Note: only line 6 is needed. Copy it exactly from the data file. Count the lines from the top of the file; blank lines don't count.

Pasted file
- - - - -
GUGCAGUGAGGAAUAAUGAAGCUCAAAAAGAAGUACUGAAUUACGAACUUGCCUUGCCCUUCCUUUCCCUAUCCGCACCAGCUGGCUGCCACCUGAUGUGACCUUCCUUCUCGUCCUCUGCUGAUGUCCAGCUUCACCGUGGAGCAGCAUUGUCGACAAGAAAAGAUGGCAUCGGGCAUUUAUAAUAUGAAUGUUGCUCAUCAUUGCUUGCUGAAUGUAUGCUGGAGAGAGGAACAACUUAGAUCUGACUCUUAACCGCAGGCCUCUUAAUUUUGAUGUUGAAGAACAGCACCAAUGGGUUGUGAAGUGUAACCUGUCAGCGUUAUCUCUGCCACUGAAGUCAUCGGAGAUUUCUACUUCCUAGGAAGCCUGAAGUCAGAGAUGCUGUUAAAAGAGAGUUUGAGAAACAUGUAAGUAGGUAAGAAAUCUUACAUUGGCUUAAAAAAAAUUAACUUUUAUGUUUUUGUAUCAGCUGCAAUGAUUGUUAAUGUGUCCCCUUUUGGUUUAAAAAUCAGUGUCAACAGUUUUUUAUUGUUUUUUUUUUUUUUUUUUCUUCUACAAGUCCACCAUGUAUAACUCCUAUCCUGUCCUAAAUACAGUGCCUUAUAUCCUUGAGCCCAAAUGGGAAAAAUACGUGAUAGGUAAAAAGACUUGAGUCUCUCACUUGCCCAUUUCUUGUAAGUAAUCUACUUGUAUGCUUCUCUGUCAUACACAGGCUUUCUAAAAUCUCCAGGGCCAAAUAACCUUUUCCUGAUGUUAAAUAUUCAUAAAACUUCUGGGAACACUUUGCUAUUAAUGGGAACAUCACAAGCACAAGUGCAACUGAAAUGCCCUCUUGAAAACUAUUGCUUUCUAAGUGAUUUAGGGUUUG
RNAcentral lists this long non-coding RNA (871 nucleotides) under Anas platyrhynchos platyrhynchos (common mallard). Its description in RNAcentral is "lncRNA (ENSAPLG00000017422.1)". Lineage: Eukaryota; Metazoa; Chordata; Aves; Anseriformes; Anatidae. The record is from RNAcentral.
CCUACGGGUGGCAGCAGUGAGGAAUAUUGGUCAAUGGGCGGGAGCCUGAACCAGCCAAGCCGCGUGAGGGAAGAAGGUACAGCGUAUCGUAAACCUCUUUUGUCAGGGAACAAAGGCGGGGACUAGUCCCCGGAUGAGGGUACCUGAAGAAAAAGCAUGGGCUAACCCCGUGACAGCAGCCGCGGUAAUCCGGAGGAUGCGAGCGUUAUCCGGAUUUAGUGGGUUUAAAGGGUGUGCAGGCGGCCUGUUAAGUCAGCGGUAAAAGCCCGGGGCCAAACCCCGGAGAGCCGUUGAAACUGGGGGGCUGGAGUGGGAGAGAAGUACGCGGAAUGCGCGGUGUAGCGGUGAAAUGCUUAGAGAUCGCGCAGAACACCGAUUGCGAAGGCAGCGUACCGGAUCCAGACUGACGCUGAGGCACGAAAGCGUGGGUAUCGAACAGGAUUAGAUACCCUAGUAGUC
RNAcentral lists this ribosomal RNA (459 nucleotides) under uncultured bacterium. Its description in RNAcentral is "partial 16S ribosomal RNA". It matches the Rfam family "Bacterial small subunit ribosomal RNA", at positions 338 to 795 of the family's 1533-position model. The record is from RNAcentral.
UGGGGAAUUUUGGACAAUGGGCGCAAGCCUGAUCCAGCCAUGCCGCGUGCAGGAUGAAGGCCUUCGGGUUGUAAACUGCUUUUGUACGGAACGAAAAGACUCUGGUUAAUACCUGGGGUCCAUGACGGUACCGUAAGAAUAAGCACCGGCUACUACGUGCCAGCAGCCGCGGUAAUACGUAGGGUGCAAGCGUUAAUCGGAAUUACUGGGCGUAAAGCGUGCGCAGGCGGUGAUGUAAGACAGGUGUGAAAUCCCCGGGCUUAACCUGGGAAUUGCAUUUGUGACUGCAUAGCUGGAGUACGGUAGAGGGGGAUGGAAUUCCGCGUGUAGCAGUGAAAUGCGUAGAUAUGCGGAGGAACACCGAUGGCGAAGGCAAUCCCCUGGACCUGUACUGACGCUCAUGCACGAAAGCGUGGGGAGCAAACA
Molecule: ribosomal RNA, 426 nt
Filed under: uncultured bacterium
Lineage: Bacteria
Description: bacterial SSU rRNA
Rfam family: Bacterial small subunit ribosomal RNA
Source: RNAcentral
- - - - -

Molecule: ribosomal RNA, 426 nt